Israel Folau has exposed the tricky politics of professional sportby Paul Thomas
Sports bodies’ policies against homophobia run head-on into the religious convictions of players like Israel Folau.
It wasn’t the first time the devout Christian had expressed a view on the subject, although last September, he prefaced a statement of his opposition to gay marriage with “I love and respect all people for who they are and their opinions”. But as is so often the case, there’s a catch. Notwithstanding Folau’s benevolence, the God he worships is the implacably judgemental version: hence unrepentant gays will burn in eternal hellfire.
This uproar caused by Folau’s remarks demonstrates yet again sport’s ability to raise issues that transcend whatever game is being played. There’s much more to this than a prominent sportsman – it’s almost always a man – putting his foot in it.
Not long ago, the various forms of football were bastions of social conservatism or, to put it less generously, revelled in their machismo and disdain for anything outside the mainstream. In the professional era, however, the codes must move with the times and adjust to changing mores: the blinkered old white heterosexual male support base isn’t broad enough to sustain grass-roots activity, development programmes and elite competitions involving highly paid athletes. The inclusion policy of Rugby Australia (RA) states that “there must be no place for homophobia or any form of discrimination in our game and our actions and words, on and off the field, must reflect this”.
This is becoming standard: Auckland-born former league player Denny Solomona, who now plays union in and for England, was recently banned for four weeks for using homophobic slurs in a club match.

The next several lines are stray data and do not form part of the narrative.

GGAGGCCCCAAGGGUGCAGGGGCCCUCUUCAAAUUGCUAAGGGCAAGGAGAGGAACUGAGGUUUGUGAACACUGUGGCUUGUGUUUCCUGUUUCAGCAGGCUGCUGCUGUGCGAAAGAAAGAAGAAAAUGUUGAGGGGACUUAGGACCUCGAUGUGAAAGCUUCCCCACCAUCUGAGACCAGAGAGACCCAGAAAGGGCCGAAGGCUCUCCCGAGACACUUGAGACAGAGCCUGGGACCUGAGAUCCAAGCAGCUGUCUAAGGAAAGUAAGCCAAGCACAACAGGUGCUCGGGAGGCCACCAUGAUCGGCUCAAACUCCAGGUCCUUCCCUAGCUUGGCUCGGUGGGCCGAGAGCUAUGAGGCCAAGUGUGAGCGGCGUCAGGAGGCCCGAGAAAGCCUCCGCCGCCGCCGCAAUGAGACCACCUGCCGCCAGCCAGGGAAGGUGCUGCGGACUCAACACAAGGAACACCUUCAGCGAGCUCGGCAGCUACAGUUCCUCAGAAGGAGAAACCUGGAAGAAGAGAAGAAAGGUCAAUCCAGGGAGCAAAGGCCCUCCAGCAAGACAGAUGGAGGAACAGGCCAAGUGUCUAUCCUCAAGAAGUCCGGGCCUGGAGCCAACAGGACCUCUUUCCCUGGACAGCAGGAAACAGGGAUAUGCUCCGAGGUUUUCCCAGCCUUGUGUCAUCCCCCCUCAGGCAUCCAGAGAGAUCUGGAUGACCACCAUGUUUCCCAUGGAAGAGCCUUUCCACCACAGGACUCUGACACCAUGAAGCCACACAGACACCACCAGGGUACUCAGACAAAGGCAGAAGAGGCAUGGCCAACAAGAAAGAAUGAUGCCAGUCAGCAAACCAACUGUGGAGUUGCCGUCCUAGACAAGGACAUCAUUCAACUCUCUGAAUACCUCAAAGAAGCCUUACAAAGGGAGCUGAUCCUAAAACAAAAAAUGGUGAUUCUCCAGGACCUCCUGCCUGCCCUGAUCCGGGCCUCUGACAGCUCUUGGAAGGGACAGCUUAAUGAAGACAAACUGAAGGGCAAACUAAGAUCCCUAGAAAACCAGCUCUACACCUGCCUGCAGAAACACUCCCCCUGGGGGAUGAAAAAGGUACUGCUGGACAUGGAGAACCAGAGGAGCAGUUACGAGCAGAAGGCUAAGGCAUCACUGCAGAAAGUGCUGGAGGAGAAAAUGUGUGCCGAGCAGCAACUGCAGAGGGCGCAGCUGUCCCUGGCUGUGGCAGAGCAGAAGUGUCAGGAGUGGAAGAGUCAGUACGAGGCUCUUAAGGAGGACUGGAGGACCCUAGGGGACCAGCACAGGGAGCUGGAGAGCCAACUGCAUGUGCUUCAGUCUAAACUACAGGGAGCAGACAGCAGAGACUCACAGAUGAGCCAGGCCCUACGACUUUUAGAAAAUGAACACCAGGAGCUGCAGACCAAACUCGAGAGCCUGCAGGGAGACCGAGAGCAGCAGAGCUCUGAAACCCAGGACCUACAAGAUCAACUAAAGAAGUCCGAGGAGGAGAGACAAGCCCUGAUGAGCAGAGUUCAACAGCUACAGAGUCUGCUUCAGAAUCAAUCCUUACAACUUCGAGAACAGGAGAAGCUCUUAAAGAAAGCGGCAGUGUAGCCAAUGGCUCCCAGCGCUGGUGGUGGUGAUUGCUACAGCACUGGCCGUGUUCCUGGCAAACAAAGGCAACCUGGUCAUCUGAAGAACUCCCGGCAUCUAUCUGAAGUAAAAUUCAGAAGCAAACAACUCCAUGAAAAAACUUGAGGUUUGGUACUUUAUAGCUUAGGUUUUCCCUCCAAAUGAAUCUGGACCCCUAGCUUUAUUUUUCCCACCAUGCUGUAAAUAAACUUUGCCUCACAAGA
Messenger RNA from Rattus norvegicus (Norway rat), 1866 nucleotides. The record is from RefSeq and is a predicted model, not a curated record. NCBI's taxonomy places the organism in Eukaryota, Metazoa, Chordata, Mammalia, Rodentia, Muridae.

With the exception of making lucrative broadcasting deals, any major sport’s most pressing requirement is securing corporate sponsorship. But businesses are increasingly aware that the company they keep can affect the bottom line.
Australian airline Qantas pays to have its logo on the Wallaby jersey and for naming rights to the team, which the Australian media routinely refer to as “the Qantas Wallabies”. The airline’s chief executive, Alan Joyce, is openly gay and was a leading campaigner for gay marriage in last year’s referendum.
The controversy generated by Folau’s Instagram post also highlights the divide between the deeply religious, socially conservative Pasifika communities (an important source of talent for the oval-ball codes on both sides of the Tasman) and the secular, socially liberal milieu and marketplace in which the codes operate and compete.
RA’s boss, Australian-born New Zealander Raelene Castle, has the tricky task of upholding the organisation’s principles and keeping on side the sponsors, the media and the subset of rugby fans who care what Folau thinks, all the while retaining the services of Australian rugby’s highest-profile and, arguably, best player. Folau is off contract this year and, as a former league star who has also played Australian Rules at the top level, has plenty of options, especially given that NRL bosses have made it clear they see strategic value in luring him back to their code.
Like Sonny Bill Williams, Folau may be emboldened by his marketability to march to the beat of his own drum. (The theory doing the rounds in Australian football circles is that he isn’t too bothered about what RA says or does, because he’s already done a deal to return to league in 2019.)
Folau denies that and also disputed Castle’s positive summation of their clear-the-air meeting, claiming she’d mispresented his position “to appease other people”. Effectively taking the position that he has no choice in the matter – “I believe the Bible is the truth and sometimes the truth can be difficult to hear” – Folau seems prepared to walk away from Australian rugby rather than recant. (For the record: the biblical passage on which he bases his stance also consigns adulterers, slanderers and the covetous, among others, to damnation.)
This article was first published in the April 28, 2018 issue of the New Zealand Listener.
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